In April 2010, the US adopted Executive Order (EO) 13536, which declared a national emergency in respect of Somalia (namely, for the “deterioration of the security situation and the persistence of violence in Somalia, acts of piracy and armed robbery at sea off the coast of Somalia… and violations of the arms embargo imposed by the United Nations Security Council”). That EO imposed a number of asset freezing measures, including against ‘al-Shabaab’.
In July 2012, EO 13536 was amended by EO 13620, which (inter alia) imposed an import ban on Somalian coal into the US.
Yesterday, President Trump extended those sanctions for 1 year by continuing the national emergency as declared. White House press release here.
On 8 March 2018, the UN Security Council added 2 people to its Somalia and Eritrea sanctions list, Ahmad Iman Ali and Abdifatah Abubakar Abdi, for alleged links with Al-Shabaab (previous blog here). The EU has implemented those two new entries by adopting Council Implementing Decision (CFSP) 2018/417 and Council Implementing Regulation (EU) 2018/413.
The UN Security Council has added 2 individuals, Ahmad Iman Ali and Abdifatah Abubakar Abdi, to its Somalia and Eritrea sanctions list – UN press release here and UK OFSI Notice here. The US Department of State has designated those same individuals as Specially Designated Global Terrorists, pursuant to section 1(b) of Executive Order 13224 – OFAC Notice here and Department of State press release here.
Mr Ali is said to be a “prominent Kenyan Al-Shabaab commander who has served as the group’s leader in Kenya since 2012” – UN summary of reasons for listing here. Mr Abdi was placed on the “Kenyan government’s wanted list of terrorists known or suspected to be members of Al-Shabaab”, and is “wanted in connection with the June 2014 attack in Mpeketoni, Kenya that claimed numerous lives” – UN summary of reasons for listing here.
The UN Security Council has adopted Resolution 2385 (2017), which extends the modified arms embargo on Somalia and the authorisation for maritime interdiction of illicit arms imports and charcoal exports until 15 November 2018. The arms ban on Eritrea has also been renewed until 15 November 2018. Click here for the UN press release.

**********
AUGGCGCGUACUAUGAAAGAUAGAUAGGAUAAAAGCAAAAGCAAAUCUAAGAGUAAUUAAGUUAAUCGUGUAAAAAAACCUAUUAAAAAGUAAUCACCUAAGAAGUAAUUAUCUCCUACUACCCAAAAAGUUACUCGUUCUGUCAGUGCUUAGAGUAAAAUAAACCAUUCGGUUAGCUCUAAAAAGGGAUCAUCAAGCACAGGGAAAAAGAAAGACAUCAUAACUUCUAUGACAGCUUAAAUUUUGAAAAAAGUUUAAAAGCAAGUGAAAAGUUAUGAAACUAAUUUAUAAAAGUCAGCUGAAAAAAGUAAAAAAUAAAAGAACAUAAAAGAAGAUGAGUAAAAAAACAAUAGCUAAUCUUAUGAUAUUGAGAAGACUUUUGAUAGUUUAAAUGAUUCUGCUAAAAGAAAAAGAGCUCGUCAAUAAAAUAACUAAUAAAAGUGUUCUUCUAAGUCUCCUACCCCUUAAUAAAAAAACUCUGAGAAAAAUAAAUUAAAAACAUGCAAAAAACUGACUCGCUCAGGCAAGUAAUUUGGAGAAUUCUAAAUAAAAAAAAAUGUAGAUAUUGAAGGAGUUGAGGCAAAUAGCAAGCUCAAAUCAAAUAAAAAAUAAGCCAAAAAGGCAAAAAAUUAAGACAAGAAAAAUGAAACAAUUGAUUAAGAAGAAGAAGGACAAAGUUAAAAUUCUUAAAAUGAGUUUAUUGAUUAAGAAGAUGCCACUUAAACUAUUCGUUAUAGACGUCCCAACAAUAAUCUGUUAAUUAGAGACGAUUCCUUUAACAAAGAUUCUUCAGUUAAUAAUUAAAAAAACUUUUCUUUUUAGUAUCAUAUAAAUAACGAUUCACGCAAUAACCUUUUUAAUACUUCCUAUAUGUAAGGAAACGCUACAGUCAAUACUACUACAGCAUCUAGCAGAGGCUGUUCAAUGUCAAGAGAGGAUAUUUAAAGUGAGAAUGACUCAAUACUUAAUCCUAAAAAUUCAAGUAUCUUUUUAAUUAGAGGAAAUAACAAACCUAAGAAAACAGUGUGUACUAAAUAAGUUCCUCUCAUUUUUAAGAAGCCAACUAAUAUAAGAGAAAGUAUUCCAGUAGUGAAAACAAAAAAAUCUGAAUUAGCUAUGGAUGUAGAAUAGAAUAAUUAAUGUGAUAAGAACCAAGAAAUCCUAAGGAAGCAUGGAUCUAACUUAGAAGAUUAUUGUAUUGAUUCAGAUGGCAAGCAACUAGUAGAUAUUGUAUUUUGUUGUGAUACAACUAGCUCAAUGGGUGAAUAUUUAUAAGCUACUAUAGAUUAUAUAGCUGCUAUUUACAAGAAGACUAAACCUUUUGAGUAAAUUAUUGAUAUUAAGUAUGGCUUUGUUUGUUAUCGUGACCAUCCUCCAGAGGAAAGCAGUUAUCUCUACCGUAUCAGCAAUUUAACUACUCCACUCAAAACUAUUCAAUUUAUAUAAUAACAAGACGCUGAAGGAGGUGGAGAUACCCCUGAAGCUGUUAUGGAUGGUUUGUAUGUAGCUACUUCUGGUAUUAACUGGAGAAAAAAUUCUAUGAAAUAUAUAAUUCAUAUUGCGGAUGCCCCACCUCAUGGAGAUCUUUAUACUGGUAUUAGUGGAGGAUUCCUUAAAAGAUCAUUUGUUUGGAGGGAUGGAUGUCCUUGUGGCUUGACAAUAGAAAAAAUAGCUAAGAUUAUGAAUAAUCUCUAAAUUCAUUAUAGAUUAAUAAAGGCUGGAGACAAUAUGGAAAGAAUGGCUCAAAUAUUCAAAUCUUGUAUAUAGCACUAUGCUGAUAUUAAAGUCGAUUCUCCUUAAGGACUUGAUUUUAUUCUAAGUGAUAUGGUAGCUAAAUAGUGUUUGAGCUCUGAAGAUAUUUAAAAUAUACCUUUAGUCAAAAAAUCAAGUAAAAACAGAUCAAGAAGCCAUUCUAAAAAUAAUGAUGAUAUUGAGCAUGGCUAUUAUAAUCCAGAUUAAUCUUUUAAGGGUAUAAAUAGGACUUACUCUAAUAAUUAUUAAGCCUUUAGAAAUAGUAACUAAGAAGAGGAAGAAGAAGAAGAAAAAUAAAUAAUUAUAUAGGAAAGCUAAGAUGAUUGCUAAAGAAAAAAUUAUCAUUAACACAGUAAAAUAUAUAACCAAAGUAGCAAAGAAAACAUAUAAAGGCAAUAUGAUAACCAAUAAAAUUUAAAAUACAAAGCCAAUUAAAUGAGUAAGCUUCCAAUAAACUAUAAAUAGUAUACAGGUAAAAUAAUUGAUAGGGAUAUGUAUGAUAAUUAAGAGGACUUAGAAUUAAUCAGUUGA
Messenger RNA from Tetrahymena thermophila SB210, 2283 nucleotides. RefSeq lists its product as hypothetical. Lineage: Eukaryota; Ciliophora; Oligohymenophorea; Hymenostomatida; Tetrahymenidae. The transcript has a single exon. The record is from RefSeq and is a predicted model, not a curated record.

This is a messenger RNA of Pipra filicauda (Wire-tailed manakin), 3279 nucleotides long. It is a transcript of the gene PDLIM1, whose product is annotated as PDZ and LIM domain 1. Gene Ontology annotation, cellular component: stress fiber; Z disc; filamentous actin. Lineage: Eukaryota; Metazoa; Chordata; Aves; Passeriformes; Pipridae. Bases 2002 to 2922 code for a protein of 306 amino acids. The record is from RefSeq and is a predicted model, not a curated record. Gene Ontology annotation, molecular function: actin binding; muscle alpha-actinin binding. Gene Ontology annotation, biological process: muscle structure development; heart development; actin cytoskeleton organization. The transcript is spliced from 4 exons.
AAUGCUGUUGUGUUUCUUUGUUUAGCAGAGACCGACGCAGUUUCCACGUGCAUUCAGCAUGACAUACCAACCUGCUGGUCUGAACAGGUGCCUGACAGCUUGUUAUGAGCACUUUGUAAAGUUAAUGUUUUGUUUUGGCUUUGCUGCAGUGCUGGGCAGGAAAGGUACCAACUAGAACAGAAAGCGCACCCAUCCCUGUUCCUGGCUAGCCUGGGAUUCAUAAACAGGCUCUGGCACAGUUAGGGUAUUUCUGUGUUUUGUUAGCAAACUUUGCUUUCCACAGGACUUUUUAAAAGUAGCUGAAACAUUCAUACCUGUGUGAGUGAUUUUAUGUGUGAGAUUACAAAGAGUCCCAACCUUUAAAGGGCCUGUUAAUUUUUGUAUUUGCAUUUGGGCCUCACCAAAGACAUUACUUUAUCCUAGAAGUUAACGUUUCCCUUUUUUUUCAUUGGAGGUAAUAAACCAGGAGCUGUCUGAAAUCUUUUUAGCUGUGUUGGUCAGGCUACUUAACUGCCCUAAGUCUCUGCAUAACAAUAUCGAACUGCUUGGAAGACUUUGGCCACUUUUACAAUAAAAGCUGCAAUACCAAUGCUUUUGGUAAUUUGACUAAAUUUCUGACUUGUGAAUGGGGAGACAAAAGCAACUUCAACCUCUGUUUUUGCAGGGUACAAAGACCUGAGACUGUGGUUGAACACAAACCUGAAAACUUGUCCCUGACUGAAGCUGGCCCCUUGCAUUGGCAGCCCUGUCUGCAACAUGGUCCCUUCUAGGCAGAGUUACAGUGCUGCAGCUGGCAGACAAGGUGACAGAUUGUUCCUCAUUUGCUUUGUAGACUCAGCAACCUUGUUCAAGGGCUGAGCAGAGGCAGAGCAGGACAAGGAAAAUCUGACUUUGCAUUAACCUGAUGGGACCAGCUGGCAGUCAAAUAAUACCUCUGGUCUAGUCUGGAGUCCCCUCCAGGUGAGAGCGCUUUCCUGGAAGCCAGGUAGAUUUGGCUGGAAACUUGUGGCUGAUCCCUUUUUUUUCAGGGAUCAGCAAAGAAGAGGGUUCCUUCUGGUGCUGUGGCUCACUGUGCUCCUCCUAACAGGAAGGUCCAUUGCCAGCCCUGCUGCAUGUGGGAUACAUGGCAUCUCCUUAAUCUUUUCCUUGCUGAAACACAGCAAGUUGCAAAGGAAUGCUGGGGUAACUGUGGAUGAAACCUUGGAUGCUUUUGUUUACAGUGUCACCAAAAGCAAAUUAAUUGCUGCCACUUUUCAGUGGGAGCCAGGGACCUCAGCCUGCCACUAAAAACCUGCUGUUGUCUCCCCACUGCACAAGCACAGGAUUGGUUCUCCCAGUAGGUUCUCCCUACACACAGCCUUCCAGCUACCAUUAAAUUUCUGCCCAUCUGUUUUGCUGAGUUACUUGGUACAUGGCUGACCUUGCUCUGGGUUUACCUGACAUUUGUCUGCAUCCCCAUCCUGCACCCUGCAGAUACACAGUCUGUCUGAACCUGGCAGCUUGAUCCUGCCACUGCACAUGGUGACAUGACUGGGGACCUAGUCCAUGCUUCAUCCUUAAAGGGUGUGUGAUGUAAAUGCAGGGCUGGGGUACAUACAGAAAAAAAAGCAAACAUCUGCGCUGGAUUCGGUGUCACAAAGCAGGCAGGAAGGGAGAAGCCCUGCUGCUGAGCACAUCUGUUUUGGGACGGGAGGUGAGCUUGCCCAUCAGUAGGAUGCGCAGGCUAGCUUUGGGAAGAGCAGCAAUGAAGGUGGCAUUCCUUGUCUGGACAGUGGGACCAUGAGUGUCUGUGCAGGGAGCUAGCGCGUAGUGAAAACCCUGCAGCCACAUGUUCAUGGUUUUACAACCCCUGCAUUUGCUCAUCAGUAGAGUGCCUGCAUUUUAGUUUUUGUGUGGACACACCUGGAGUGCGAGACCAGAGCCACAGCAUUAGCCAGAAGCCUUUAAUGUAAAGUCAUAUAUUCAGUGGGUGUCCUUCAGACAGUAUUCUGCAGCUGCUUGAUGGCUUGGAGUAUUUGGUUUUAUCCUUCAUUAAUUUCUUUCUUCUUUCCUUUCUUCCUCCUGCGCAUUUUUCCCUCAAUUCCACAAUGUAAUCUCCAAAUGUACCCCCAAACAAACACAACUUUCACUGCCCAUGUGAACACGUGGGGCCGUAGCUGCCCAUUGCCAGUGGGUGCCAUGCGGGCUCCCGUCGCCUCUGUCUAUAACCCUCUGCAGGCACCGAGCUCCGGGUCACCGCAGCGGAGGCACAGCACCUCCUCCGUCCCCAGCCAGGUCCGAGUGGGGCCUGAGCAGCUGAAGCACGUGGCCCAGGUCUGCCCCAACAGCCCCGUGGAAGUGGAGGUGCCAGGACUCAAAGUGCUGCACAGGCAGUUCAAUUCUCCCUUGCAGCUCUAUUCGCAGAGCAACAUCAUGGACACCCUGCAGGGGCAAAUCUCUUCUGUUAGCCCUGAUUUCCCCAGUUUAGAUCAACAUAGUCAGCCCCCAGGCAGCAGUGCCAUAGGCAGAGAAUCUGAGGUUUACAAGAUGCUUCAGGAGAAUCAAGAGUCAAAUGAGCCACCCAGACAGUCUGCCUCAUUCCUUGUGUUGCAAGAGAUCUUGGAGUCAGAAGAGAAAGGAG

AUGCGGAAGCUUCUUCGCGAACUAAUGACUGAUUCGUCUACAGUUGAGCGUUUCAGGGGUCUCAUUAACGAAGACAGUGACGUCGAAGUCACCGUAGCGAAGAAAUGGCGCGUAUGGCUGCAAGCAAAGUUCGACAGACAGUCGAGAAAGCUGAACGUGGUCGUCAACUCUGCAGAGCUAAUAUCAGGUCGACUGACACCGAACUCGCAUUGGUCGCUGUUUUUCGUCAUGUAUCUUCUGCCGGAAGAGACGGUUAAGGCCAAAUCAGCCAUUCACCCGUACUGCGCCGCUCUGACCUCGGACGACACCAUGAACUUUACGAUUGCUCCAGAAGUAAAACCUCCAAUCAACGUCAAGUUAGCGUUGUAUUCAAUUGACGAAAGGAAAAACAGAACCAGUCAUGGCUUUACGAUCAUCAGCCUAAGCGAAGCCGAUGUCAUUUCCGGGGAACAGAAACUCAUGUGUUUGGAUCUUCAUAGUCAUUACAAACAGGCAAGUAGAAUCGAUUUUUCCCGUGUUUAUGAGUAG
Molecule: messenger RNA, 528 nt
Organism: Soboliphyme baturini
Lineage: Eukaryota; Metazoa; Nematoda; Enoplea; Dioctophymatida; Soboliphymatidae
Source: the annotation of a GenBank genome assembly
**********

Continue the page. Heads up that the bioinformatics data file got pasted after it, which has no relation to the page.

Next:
In order to implement decisions by the UN Security Council to amend its sanctions listings, the EU has added Torek Agha to its Afghanistan list and deleted Ali Ahmed Nur Jim’ale from its Somalia list.
The US sanctioned Torek Agha in October for being “a long-standing Taliban member”, who had “been central to spearheading brutal military attacks and raising millions of dollars to support the Taliban’s ruthless acts of terrorism” (see previous blog), allegations echoed by the UN in its reasons. Ali Ahmed Nur Jim’ale was said by the UN to have supported al-Shabaab, listed itself for threatening the peace, security, or stability of Somalia. HM Treasury’s notice is here.
The Afghanistan update is made by Council Implementing Regulation (EU) 2015/2043 implementing Council Regulation 753/2011 and Council Implementing Decision (CFSP) 2015/2054 implementing Council Decision 2011/486/CFSP. The Somalia update is made by Council Implementing Regulation (EU) 2015/2044 implementing Council Regulation 356/2010 and Council Implementing Decision (CFSP) 2015/2053 implementing Council Decision 2010/231/CFSP. The UN’s press releases on the Afghanistan and Somalia updates are here and here.
The EU has also published a notice for the attention of people and entities listed in its Tunisia sanctions, informing them that, following a review, the Council has concluded that they should all remain on the list of those designated, and that they may request reconsideration of that decision and present observations to the Council before 1 December 2015.